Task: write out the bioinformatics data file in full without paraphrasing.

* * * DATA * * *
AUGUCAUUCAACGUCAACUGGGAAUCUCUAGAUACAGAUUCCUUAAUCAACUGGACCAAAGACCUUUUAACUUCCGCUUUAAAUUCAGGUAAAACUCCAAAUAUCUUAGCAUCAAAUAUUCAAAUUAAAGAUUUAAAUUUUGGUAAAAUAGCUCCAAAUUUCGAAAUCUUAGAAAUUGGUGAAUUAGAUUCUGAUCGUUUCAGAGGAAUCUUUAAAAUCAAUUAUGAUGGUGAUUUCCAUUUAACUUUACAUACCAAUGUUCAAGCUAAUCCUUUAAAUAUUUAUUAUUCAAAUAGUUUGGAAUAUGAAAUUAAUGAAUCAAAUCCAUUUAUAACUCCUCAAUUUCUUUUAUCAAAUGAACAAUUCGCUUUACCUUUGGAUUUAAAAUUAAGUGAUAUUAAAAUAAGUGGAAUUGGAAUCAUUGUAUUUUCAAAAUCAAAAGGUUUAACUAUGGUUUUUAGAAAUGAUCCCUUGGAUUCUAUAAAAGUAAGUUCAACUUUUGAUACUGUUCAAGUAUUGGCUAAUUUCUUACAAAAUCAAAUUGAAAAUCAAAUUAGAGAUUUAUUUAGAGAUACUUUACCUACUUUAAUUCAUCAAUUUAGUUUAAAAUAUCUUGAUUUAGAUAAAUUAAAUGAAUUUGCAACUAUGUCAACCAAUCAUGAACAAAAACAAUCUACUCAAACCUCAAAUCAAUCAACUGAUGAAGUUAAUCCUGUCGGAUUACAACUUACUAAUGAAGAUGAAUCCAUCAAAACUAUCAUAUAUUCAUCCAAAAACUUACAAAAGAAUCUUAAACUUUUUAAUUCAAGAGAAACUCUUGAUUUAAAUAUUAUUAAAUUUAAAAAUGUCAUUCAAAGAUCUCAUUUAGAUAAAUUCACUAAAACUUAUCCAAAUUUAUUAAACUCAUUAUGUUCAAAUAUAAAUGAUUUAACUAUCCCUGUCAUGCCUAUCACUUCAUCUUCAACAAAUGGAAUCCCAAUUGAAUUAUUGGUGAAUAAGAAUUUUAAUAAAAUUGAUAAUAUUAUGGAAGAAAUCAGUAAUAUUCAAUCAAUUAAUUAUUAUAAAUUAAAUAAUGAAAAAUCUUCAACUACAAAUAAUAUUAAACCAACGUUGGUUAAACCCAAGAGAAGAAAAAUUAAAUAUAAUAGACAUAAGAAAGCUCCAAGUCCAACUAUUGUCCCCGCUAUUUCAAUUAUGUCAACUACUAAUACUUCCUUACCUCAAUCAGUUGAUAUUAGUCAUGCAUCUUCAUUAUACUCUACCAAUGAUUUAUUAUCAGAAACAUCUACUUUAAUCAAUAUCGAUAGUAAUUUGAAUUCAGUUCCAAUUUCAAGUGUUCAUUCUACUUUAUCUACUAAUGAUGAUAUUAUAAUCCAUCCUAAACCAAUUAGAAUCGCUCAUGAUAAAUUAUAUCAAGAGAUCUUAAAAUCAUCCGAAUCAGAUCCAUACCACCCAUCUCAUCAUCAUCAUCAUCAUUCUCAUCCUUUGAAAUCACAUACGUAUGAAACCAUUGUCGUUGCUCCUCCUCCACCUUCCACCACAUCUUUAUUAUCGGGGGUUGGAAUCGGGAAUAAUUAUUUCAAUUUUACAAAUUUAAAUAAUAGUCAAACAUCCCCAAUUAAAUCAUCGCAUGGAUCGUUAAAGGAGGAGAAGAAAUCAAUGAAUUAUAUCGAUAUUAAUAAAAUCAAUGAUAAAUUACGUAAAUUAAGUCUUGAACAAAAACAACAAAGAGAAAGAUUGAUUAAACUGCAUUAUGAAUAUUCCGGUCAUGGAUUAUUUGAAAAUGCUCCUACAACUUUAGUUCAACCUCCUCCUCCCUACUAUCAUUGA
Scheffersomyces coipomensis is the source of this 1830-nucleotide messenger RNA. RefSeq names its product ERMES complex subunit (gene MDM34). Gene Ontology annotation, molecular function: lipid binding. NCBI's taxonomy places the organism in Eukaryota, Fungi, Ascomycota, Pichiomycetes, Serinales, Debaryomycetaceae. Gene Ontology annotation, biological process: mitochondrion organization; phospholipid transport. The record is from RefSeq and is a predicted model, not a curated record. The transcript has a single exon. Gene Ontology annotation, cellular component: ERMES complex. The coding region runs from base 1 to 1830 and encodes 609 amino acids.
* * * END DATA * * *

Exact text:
AUGUCAUUCAACGUCAACUGGGAAUCUCUAGAUACAGAUUCCUUAAUCAACUGGACCAAAGACCUUUUAACUUCCGCUUUAAAUUCAGGUAAAACUCCAAAUAUCUUAGCAUCAAAUAUUCAAAUUAAAGAUUUAAAUUUUGGUAAAAUAGCUCCAAAUUUCGAAAUCUUAGAAAUUGGUGAAUUAGAUUCUGAUCGUUUCAGAGGAAUCUUUAAAAUCAAUUAUGAUGGUGAUUUCCAUUUAACUUUACAUACCAAUGUUCAAGCUAAUCCUUUAAAUAUUUAUUAUUCAAAUAGUUUGGAAUAUGAAAUUAAUGAAUCAAAUCCAUUUAUAACUCCUCAAUUUCUUUUAUCAAAUGAACAAUUCGCUUUACCUUUGGAUUUAAAAUUAAGUGAUAUUAAAAUAAGUGGAAUUGGAAUCAUUGUAUUUUCAAAAUCAAAAGGUUUAACUAUGGUUUUUAGAAAUGAUCCCUUGGAUUCUAUAAAAGUAAGUUCAACUUUUGAUACUGUUCAAGUAUUGGCUAAUUUCUUACAAAAUCAAAUUGAAAAUCAAAUUAGAGAUUUAUUUAGAGAUACUUUACCUACUUUAAUUCAUCAAUUUAGUUUAAAAUAUCUUGAUUUAGAUAAAUUAAAUGAAUUUGCAACUAUGUCAACCAAUCAUGAACAAAAACAAUCUACUCAAACCUCAAAUCAAUCAACUGAUGAAGUUAAUCCUGUCGGAUUACAACUUACUAAUGAAGAUGAAUCCAUCAAAACUAUCAUAUAUUCAUCCAAAAACUUACAAAAGAAUCUUAAACUUUUUAAUUCAAGAGAAACUCUUGAUUUAAAUAUUAUUAAAUUUAAAAAUGUCAUUCAAAGAUCUCAUUUAGAUAAAUUCACUAAAACUUAUCCAAAUUUAUUAAACUCAUUAUGUUCAAAUAUAAAUGAUUUAACUAUCCCUGUCAUGCCUAUCACUUCAUCUUCAACAAAUGGAAUCCCAAUUGAAUUAUUGGUGAAUAAGAAUUUUAAUAAAAUUGAUAAUAUUAUGGAAGAAAUCAGUAAUAUUCAAUCAAUUAAUUAUUAUAAAUUAAAUAAUGAAAAAUCUUCAACUACAAAUAAUAUUAAACCAACGUUGGUUAAACCCAAGAGAAGAAAAAUUAAAUAUAAUAGACAUAAGAAAGCUCCAAGUCCAACUAUUGUCCCCGCUAUUUCAAUUAUGUCAACUACUAAUACUUCCUUACCUCAAUCAGUUGAUAUUAGUCAUGCAUCUUCAUUAUACUCUACCAAUGAUUUAUUAUCAGAAACAUCUACUUUAAUCAAUAUCGAUAGUAAUUUGAAUUCAGUUCCAAUUUCAAGUGUUCAUUCUACUUUAUCUACUAAUGAUGAUAUUAUAAUCCAUCCUAAACCAAUUAGAAUCGCUCAUGAUAAAUUAUAUCAAGAGAUCUUAAAAUCAUCCGAAUCAGAUCCAUACCACCCAUCUCAUCAUCAUCAUCAUCAUUCUCAUCCUUUGAAAUCACAUACGUAUGAAACCAUUGUCGUUGCUCCUCCUCCACCUUCCACCACAUCUUUAUUAUCGGGGGUUGGAAUCGGGAAUAAUUAUUUCAAUUUUACAAAUUUAAAUAAUAGUCAAACAUCCCCAAUUAAAUCAUCGCAUGGAUCGUUAAAGGAGGAGAAGAAAUCAAUGAAUUAUAUCGAUAUUAAUAAAAUCAAUGAUAAAUUACGUAAAUUAAGUCUUGAACAAAAACAACAAAGAGAAAGAUUGAUUAAACUGCAUUAUGAAUAUUCCGGUCAUGGAUUAUUUGAAAAUGCUCCUACAACUUUAGUUCAACCUCCUCCUCCCUACUAUCAUUGA
Scheffersomyces coipomensis is the source of this 1830-nucleotide messenger RNA. RefSeq names its product ERMES complex subunit (gene MDM34). Gene Ontology annotation, molecular function: lipid binding. NCBI's taxonomy places the organism in Eukaryota, Fungi, Ascomycota, Pichiomycetes, Serinales, Debaryomycetaceae. Gene Ontology annotation, biological process: mitochondrion organization; phospholipid transport. The record is from RefSeq and is a predicted model, not a curated record. The transcript has a single exon. Gene Ontology annotation, cellular component: ERMES complex. The coding region runs from base 1 to 1830 and encodes 609 amino acids.